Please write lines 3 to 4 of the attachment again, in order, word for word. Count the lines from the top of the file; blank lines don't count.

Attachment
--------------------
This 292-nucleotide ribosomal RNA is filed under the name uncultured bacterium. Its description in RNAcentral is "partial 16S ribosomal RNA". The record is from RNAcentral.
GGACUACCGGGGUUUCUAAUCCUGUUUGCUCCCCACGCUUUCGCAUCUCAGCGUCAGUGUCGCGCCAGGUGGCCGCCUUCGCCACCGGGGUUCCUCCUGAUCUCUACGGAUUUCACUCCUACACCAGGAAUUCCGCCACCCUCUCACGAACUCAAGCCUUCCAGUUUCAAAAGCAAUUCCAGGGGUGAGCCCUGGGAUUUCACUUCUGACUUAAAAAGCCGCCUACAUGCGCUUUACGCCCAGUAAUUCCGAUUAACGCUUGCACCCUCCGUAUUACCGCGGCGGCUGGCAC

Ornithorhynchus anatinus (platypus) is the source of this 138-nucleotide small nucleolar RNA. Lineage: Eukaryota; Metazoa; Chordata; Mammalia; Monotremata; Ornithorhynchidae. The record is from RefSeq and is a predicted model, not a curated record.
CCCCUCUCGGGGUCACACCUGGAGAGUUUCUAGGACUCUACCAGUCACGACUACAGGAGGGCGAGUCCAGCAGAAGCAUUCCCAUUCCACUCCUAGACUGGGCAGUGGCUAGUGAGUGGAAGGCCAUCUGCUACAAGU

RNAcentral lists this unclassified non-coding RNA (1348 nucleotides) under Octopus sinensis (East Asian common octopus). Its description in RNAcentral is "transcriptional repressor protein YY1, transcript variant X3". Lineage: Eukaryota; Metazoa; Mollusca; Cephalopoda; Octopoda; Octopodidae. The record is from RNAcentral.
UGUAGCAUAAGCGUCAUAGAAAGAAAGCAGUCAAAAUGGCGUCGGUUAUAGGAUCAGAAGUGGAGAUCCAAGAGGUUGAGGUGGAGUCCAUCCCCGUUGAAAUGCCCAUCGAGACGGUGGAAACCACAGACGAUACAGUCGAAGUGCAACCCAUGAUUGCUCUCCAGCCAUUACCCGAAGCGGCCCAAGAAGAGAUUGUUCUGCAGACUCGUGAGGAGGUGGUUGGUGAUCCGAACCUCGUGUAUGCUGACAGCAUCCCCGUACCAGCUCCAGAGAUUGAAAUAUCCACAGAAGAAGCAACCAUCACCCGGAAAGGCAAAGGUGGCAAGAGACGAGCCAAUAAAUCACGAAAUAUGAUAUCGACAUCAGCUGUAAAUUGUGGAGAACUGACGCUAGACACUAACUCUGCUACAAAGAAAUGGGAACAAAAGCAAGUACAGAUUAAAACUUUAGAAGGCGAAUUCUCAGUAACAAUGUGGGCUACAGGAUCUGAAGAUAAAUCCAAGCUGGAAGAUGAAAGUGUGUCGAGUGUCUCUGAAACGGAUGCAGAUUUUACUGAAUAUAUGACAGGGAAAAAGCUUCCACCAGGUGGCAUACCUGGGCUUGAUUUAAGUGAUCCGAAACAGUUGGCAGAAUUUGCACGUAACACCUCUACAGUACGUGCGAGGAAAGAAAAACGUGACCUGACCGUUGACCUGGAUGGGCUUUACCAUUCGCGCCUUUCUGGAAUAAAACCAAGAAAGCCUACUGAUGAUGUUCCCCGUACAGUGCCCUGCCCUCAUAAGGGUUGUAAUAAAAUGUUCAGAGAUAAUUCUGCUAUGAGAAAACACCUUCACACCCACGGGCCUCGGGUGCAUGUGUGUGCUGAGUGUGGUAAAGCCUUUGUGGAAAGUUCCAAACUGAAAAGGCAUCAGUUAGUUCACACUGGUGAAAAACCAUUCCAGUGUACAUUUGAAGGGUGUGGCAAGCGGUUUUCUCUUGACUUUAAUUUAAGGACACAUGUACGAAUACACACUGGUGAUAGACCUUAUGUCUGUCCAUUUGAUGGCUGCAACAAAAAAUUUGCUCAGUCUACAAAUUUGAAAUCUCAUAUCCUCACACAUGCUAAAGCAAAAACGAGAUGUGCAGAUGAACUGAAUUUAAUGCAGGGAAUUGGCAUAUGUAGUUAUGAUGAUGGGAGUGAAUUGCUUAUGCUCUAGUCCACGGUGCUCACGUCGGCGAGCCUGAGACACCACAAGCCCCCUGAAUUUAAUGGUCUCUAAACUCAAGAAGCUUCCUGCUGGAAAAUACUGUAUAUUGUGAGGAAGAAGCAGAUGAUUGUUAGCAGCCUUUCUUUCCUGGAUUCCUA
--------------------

Ornithorhynchus anatinus (platypus) is the source of this 138-nucleotide small nucleolar RNA. Lineage: Eukaryota; Metazoa; Chordata; Mammalia; Monotremata; Ornithorhynchidae. The record is from RefSeq and is a predicted model, not a curated record.
CCCCUCUCGGGGUCACACCUGGAGAGUUUCUAGGACUCUACCAGUCACGACUACAGGAGGGCGAGUCCAGCAGAAGCAUUCCCAUUCCACUCCUAGACUGGGCAGUGGCUAGUGAGUGGAAGGCCAUCUGCUACAAGU